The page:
Federal center pays good money for suspect medicine
Feds dole out millions of dollars for questionable studies on treatments ranging from energy healing to acupuncture
Harry Bosk receives an acupuncture treatment for a pulled calf muscle from Marcos Y. Hsu, a licensed acupunturist at the University of Maryland School of Medicine, Center for Integrated Medicine. (Lloyd Fox/Baltimore Sun)
"These are things I have seen with my own eyes," said Harkin, who also lost three other siblings to cancer. "When I see things like this I ask, 'Why? Why aren't these things being researched?'"
A few months later, NCCAM was created through a dozen or so paragraphs added to a budget bill.
The center's main mission was clear: Study alternative therapies and how they could be integrated into conventional treatment.
Because of its origins and purpose, NCCAM has a duality not often found in scientific institutions.
"They are serving two very different masters," said Art Caplan, a bioethicist at the University of Pennsylvania. "At the end of the day, they don't want to turn themselves into 'the institute for showing complementary and alternative medicine is bogus.' Then no one will support them who is pro-complementary and alternative medicine."
Briggs said she has not been subjected to any political pressure in her tenure.
$34 billion business
Americans spend about $34 billion each year out of pocket on complementary and alternative therapies, according to a national survey conducted in 2007 by the U.S. Centers for Disease Control and Prevention.
The survey found that about 40 percent of American adults reported using some sort of alternative treatment in the previous year. Mostly they reported taking supplements; practicing deep breathing exercises; going to a chiropractor or osteopath for spinal manipulation; meditating; or getting massages.
Finding out through well-designed scientific studies whether these treatments work is a valuable service, said neurologist Dr. Steven DeKosky, who sits on the NCCAM advisory council and is dean of the University of Virginia medical school.
"I don't know who else would do that other than NCCAM," he said.
DeKosky headed a $36.5 million study, including $25 million from NCCAM, on ginkgo biloba, a popular supplement taken as a defense against dementia and Alzheimer's disease. DeKosky's study concluded that it did not lower the overall incidence rate of either condition in elderly people who were normal or already had mild cognitive impairment.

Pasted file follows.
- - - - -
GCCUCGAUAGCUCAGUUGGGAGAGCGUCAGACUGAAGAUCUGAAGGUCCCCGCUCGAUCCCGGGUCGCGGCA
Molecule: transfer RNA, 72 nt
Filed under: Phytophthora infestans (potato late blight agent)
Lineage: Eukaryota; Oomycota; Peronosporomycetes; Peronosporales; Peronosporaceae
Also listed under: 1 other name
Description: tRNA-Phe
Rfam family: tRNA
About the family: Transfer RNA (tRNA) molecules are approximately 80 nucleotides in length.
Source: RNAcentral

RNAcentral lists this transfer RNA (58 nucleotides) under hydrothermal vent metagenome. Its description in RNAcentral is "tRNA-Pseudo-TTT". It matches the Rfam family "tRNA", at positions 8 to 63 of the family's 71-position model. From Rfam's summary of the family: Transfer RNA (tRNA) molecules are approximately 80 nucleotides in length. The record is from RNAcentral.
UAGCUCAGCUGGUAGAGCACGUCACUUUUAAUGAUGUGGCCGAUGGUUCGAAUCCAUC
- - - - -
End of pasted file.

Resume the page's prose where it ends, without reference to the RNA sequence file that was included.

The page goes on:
The Tribune found that when studying dietary supplements like ginkgo biloba, NCCAM evaluates the results in a way that is accepted within the medical research community.
It's well known that people who receive any treatment, even if it is inert or useless, are likely to report that it makes them feel better. Because scientists don't want to mistake that boost for a real treatment effect, well-designed clinical trials give some volunteers the real therapy and some a fake version of it, then compare the two groups.
NCCAM considers studies finding that a supplement does no better than a placebo to be evidence that it does not work. In an interview with the Tribune, NCCAM director Briggs cited a recent study of the fruit extract of the saw palmetto plant, which found that men who had difficulty urinating because of enlarged prostates reported relief from both the saw palmetto and the fake supplement.
Briggs described the study as one that came back "very convincingly negative" because "it did not demonstrate any benefit over placebo."
But when looking into "mind and body" medicine, NCCAM often argues that a treatment is valuable if patients report that it helped them, even if others receiving a sham treatment said the same. According to Briggs, "most in the mind and body area have actually shown impact."
For example, the center has spent millions of dollars on studies of acupuncture, in which tiny needles are inserted shallowly into the body. NCCAM's website states that the "vital energy" called qi "can be unblocked, according to (traditional Chinese medicine), by using acupuncture at certain points on the body."
Many studies, including those funded by NCCAM, find that true acupuncture performs no better than when a person is fooled into thinking he is getting acupuncture through the use of placebos like retractable needles or even toothpicks twirled on the skin.